Natural process coffees can be many things, as well as crowd dividers. Processing has improved hugely over the last few decades, to the point that naturals are often as clean as washed coffees, just with riper complexity. Aricha is such a great example of a fruity, fresh complex coffee that you can brew in almost any way.
Top Trumps: Aricha Washing Station
Aricha Washing Station: Founded by Boledu in partnership with Abyote Ageze and local farmers.
State: Southern Nations, Nationalities and People’s Region/SNNP/Zone: Gedeo District: Yirgacheffe
Kebele (Village): Aricha
Altitude range: 1950-2100 meters above sea level.
Manager: Adham Yonis
Harvest: November to February
Rainy season: March to September with a dry month in May.
Average farm size: Up to 3 hectares
Roast; Light filter.
Cup potential. 🥣
Aromatics: Ripe, floral, and fruity| Body: Light-Medium Acidity: Sweet citrus, strawberry jam, and more…
Upfront this Aricha is ripe and sugary citrus, sweet like strawberry jam and stewed apple with a long citrus finish. On cooling, there is a period where the coffee becomes sweeter and ripe like Pedro Ximenez sherry or date liquor (if there is such a thing?) all with that refreshing citrus finish. On the final pass, this became lemon curd, maple, floral, and tropical fruit.
Espresso: 16-18g into 45-50g for espresso. 93-94C 28-33 seconds. Bold, juicy, citric, and winey.
6oz Milk-based drinks (dairy) 16-18g into 32-36g of espresso liquid (effectively a 1:2 ratio) in 27+ seconds. This is a creamy cocktail and so bold for such a light roast.
9oz Milk-based drinks (same as above). Like the 6oz, this is still a potent and delicious brew. What I would add here is that if you are brewing lots of this, it is all too easy to sacrifice the espresso at the expense of extracting more for the milk-based drinks. There is plenty of soluble there.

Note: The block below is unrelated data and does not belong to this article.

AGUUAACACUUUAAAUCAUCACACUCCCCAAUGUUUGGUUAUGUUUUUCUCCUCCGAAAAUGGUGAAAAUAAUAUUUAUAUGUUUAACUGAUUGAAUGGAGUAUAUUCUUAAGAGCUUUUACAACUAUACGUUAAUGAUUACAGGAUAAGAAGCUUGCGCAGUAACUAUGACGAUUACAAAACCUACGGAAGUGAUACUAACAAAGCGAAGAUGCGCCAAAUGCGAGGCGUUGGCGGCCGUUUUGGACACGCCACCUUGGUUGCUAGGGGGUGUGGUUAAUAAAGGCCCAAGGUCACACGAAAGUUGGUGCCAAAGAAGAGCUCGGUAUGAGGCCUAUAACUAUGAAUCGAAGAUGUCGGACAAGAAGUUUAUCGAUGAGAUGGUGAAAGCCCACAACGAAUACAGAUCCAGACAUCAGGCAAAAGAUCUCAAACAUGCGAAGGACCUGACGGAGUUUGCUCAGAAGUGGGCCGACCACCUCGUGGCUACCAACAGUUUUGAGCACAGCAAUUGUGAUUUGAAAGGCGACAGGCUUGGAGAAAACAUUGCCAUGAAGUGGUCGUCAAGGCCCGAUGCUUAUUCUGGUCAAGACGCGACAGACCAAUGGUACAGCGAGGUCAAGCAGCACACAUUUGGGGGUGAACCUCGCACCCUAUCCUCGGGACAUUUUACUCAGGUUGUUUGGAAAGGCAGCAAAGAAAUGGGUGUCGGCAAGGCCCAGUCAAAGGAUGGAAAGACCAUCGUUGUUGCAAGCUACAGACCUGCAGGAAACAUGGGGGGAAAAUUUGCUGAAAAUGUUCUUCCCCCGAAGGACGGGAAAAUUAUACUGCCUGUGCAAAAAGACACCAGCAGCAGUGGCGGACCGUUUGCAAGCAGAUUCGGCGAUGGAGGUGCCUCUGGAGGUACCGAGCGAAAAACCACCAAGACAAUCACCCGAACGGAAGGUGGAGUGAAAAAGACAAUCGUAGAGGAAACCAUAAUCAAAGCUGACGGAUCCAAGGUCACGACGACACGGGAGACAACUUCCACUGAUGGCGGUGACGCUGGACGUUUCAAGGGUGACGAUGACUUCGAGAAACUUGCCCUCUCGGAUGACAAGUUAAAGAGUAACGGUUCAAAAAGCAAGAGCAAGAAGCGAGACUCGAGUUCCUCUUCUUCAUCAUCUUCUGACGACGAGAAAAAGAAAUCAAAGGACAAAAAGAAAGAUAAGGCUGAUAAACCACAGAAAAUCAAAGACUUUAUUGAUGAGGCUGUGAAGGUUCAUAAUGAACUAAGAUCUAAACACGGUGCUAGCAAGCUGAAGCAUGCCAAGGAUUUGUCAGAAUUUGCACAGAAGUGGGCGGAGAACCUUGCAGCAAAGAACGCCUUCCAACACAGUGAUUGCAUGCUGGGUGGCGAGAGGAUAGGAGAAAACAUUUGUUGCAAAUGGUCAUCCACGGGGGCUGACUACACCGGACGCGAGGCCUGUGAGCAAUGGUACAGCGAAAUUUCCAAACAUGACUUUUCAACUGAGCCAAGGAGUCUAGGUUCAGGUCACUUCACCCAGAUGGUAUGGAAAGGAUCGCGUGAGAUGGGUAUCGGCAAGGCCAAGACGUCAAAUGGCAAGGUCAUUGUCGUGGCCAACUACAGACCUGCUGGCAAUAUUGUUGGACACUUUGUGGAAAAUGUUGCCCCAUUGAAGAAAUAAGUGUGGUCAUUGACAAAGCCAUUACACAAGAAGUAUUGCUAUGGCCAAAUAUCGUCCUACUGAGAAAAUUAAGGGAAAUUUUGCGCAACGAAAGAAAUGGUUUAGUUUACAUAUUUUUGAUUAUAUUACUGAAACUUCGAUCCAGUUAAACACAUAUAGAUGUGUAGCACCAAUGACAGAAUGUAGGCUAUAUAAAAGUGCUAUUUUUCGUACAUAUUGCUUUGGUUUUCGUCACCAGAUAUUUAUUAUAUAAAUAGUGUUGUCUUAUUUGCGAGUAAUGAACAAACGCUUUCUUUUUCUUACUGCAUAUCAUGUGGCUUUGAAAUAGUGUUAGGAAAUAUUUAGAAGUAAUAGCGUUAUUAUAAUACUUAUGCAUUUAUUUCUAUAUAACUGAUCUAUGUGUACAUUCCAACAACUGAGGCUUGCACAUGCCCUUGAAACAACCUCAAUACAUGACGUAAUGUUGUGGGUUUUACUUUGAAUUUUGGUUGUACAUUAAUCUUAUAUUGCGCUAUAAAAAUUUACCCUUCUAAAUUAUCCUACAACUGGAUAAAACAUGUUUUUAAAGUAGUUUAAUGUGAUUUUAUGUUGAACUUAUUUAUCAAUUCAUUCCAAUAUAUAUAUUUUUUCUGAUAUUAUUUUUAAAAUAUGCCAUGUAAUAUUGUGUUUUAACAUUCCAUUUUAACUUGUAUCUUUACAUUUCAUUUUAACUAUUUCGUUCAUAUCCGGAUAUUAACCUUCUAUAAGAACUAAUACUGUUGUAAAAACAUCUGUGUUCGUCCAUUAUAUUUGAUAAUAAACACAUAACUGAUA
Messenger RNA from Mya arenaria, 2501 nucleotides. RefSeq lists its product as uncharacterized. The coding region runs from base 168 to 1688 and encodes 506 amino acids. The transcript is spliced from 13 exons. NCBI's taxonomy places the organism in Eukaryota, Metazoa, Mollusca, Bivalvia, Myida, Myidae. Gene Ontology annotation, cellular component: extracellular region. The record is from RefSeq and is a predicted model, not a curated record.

Aricha is one of the washing stations in Yirgacheffe that supply Mebrahtu (means Light in the local language) Aynalem’s exporting business, Boledu Industrial. The station and dry mill were founded by Boledu in partnership with Abyote Ageze and local farmers. “We are the 2nd generation of coffee growers and now traders in our families. We decided to build a natural coffee processing site in Aricha to be used by the smallholders living in the region. Roughly 1500 growers use the facility and we have 220 raised African beds for coffee drying,” explains Mebrahtu.
“The farmers we work with have been working with us for a good time. Before the harvest, we train them and explain the standards of cherry collection for specialty coffee and the premiums that come with it. We have a quality supervisor at the washing stations looking into who is bringing good quality and who isn’t. Their job is really important! They know when someone mixes unripe cherries with the ripe ones!
Aricha (Boledo) pays over and above the going rates for cherry. The mill has to be careful about the quality that they receive in harvest, as it can be as much as 10-16,000 Kgs per day. This is a lot to scrutinise!